"Father?" "Yes, Ben." "I want to come to work with you."
He was always ambitious, my son Ben. Always in motion. As a child he was difficult to photograph as he simply would not be still for the pose. Nothing seemed to hold his gaze for the time needed to capture his likeness. Even my gentle admonishments received little attention.
As he grew older, he became more aware of the position of prosperity my profession had brought upon our household. We lived well. His sister and he had, within reason, all they could desire. I say within reason as I did try to raise them in a Christian manner. Weekly Friends meetings were attended and an attempt at instilling the theology of love and service was endeavored.
Still, the physical wealth was apparent. The carriages and horses, our homes on Fifth Avenue and Henry Street in Brooklyn, all appointed and outfitted with the latest and finest that New York City had to offer. Phebe doted on them far too much. And there was her sister Charlotte and their mother Lavina living with us. There were Irish housemaids too. All of them conspiring to coddle and fawn over both Ben and Mattie in the most obscene manner!
I had many a conversation with one and all about the way my children were being attended to and my objections to such. Nods of acquiescense and assurances of being more stern with them were received and still, within hours, the over-indulgence would continue. I must confess, I myself had a difficult time adhering to my own rigidity. Ben was, is my son and Mattie my dearest daughter! As children and even today, there is not a mean spirited aspect about them and nothing their father wouldn't do to help them.
His request concerned me. At 20, I had hoped he would continue in his education at the university. Explore what interested him and have at it with the same level of enthusiasm that had come upon me in the early days of my studies with Morse and Draper. I said as much to him in reply.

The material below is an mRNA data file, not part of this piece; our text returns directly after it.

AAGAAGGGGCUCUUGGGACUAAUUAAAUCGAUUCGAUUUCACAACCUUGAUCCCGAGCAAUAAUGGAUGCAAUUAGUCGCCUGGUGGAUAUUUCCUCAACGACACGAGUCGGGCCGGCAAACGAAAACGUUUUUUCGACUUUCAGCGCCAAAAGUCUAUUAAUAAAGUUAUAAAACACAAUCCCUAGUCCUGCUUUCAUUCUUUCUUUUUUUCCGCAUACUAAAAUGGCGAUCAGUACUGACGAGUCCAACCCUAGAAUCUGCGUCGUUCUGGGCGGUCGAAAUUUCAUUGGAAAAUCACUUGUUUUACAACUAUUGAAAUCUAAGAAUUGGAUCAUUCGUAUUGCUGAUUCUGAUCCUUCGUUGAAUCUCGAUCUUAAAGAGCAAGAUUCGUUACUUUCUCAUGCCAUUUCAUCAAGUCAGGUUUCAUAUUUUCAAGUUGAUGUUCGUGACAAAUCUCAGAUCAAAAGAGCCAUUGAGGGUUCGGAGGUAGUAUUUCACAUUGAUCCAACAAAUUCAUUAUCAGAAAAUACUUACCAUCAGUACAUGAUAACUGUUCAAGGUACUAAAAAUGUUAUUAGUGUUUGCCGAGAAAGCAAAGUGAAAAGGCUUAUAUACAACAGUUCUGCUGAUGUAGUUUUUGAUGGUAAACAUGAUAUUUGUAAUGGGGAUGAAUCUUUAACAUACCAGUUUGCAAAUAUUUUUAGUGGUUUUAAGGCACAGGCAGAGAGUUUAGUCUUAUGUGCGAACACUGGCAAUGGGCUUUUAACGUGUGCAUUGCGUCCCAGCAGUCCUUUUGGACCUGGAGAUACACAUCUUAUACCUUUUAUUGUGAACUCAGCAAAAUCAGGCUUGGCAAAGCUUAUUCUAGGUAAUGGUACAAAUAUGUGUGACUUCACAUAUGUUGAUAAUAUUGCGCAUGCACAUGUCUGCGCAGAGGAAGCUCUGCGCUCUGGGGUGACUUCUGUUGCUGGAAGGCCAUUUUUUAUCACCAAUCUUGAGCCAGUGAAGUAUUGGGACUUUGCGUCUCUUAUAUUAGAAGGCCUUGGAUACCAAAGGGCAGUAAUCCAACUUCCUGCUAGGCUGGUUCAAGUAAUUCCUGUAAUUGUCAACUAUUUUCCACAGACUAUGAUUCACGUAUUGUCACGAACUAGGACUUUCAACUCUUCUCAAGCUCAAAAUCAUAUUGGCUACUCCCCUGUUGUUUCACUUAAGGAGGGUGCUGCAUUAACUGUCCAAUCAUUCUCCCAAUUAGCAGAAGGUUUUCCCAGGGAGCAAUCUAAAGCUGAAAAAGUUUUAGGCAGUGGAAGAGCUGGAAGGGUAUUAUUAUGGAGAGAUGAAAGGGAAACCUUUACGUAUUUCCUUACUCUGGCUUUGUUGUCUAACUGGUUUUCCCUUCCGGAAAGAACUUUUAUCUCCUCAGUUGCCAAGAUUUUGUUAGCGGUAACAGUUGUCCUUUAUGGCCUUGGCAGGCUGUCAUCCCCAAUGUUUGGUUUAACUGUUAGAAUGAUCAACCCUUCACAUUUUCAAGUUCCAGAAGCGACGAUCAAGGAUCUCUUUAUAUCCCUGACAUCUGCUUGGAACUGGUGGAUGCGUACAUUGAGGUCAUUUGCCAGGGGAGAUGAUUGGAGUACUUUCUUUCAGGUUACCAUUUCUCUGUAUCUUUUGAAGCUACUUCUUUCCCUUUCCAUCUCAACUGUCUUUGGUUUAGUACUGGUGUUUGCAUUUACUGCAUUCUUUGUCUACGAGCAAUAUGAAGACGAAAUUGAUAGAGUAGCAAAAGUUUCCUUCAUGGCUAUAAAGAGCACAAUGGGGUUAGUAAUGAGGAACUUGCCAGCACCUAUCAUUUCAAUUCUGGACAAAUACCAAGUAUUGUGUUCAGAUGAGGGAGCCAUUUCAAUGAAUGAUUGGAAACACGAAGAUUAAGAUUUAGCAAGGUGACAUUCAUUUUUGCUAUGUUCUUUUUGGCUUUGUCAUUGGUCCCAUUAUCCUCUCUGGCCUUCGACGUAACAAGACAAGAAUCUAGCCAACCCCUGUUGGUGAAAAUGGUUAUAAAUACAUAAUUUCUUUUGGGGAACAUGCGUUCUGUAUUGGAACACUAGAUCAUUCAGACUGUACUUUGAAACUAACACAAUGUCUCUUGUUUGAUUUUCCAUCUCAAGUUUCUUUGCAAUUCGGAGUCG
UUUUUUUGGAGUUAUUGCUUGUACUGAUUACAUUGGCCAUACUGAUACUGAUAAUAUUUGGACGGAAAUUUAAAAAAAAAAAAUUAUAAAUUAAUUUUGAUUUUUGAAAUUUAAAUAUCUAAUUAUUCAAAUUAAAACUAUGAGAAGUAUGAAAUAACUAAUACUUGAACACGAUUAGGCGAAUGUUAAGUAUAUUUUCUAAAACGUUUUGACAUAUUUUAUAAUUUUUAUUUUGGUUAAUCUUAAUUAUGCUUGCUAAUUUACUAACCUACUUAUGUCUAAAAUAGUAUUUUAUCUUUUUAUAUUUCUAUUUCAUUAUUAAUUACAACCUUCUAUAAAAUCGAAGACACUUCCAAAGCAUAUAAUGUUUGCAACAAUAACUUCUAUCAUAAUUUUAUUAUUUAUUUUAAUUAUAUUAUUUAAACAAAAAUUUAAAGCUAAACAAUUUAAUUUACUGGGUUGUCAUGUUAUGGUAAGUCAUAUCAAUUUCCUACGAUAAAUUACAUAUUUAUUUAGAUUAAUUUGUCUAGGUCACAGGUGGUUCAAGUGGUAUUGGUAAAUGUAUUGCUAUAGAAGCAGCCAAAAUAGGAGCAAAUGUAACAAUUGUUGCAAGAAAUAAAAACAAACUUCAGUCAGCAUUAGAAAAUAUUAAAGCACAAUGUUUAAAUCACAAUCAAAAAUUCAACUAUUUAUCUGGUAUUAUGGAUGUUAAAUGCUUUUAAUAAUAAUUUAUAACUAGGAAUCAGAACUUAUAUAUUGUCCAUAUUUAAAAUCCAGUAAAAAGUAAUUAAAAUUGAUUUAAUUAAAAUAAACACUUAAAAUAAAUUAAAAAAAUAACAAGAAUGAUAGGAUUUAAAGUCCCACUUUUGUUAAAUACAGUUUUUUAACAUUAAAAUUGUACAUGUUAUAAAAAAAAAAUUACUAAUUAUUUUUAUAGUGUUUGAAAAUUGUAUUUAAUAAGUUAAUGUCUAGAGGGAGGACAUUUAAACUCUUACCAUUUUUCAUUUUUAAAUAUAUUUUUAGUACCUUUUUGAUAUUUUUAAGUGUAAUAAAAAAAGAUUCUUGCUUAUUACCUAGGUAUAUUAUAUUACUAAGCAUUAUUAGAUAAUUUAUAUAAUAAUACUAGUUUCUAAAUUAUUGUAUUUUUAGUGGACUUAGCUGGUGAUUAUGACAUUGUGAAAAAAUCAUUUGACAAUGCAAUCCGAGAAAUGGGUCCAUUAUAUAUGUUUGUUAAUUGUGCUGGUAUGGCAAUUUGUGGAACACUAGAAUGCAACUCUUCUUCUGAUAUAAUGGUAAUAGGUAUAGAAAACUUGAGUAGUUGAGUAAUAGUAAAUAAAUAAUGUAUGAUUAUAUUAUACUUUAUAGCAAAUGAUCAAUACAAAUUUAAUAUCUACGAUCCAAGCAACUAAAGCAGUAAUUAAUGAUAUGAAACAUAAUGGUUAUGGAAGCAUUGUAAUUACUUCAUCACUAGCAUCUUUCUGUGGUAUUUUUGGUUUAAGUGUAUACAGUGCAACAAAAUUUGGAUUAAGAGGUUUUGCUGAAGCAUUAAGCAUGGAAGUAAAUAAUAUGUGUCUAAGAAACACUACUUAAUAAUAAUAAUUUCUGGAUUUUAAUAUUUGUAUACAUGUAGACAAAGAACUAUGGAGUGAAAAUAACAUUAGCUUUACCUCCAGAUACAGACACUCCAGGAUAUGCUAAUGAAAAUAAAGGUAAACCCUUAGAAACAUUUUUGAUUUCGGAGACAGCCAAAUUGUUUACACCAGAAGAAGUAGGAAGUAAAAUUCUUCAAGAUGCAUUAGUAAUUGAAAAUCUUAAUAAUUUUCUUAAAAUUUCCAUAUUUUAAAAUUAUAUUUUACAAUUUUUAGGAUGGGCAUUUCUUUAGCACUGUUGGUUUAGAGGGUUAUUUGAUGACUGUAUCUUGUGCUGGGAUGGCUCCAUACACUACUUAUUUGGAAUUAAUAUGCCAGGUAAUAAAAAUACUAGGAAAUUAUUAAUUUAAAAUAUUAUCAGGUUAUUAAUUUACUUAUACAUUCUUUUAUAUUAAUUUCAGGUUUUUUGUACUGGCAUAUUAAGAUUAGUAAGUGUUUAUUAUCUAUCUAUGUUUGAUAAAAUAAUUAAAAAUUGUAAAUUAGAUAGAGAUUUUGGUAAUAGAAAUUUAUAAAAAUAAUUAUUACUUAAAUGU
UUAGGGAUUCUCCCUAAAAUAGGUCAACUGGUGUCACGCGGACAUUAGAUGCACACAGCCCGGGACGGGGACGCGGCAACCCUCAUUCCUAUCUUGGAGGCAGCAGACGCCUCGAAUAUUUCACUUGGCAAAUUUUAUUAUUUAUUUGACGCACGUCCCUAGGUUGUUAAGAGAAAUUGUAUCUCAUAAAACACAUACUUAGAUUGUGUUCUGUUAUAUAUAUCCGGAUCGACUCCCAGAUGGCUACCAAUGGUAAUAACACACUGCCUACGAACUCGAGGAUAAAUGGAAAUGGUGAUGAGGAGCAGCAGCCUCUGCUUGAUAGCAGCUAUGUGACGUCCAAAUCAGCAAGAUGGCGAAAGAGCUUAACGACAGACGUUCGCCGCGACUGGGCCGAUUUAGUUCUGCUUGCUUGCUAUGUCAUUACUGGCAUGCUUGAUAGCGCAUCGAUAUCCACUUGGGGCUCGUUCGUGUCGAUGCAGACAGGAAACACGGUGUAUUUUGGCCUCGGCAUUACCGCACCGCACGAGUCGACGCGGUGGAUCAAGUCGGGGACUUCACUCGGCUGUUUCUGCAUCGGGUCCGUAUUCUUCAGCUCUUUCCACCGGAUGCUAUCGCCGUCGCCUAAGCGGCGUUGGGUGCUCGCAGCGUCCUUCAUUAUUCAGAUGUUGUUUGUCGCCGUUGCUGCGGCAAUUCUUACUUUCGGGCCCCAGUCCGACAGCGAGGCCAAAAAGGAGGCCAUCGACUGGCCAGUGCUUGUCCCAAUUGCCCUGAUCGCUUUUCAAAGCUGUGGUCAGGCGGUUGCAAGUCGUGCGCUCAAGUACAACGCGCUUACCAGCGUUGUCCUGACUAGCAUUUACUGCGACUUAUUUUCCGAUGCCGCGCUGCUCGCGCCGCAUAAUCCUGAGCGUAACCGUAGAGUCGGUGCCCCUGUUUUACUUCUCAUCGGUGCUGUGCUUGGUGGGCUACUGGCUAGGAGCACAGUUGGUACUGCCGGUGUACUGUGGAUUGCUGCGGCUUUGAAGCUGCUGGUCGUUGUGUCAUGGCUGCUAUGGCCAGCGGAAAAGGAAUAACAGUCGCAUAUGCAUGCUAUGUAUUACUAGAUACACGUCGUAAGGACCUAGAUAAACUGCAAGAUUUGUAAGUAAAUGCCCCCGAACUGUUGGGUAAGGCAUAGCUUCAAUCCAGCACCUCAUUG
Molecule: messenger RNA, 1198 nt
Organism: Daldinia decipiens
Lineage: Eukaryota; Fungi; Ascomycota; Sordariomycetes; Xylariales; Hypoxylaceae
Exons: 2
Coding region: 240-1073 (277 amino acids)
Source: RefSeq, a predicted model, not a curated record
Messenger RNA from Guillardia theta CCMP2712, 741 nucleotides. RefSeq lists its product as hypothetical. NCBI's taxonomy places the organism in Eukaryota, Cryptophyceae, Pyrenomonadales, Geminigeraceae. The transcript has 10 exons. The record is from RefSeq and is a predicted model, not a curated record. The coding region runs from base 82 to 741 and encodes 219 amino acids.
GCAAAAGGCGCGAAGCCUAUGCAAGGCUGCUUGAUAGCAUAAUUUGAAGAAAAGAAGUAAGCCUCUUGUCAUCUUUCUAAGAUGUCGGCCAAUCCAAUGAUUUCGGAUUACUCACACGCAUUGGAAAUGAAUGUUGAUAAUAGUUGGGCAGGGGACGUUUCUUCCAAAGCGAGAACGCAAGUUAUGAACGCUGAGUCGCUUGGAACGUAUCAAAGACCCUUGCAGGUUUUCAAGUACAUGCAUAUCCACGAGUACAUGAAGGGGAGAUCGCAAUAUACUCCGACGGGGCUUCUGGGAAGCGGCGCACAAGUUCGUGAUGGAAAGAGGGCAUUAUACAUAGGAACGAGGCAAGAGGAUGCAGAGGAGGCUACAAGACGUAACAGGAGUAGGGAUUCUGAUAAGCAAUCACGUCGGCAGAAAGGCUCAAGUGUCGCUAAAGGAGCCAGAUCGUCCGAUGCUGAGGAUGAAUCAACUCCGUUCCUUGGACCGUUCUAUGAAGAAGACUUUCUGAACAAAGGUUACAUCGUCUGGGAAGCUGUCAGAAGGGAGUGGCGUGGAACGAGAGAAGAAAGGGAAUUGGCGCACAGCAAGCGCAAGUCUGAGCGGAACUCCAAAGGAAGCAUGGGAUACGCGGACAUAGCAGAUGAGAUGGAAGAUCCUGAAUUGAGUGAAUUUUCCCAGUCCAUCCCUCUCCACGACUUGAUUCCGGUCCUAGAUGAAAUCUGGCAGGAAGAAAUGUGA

"Father, I want to come to work with you. I have been to your studios. I have observed the photographic process with you and your employees. I understand as well as anyone, the nature of your business. Who better than your son to bring on?"
My ambivalence surely must have stung him for I saw it on his face and in his reasoning. Still, a sense of foreboding hung over me. A fear that life had come too easily for my Ben and the implications of what might arise as a result of it worried me.
If I was to object to his entering into my business, I might lose him altogether. If I brought him on as he seemed inclined to believe as rightfully befitting, I would further pacify him.
From my study, I sat and looked out my window upon the muted coming and going of hansom cabs and omnibuses making their awkward, twisting way along Henry Street, Brooklyn in the year 1857.
Gazing up into my son's young face and nodding with assent, I suggested he plan on making the morning ferry to 349 Broadway though both he and I would do as much on our own, not together. There would be no nepotism attached to this position. No patronage.
It was then that he smiled. That warm smile that I've seen cross his face in either actual kindness and gratitude or, as in so many instances, whenever he had received his way. He began to take his leave when I offered a final reproof.
"And Ben, you will be working for me, not with me."
|From the 1857 Trow's New York City Directory|
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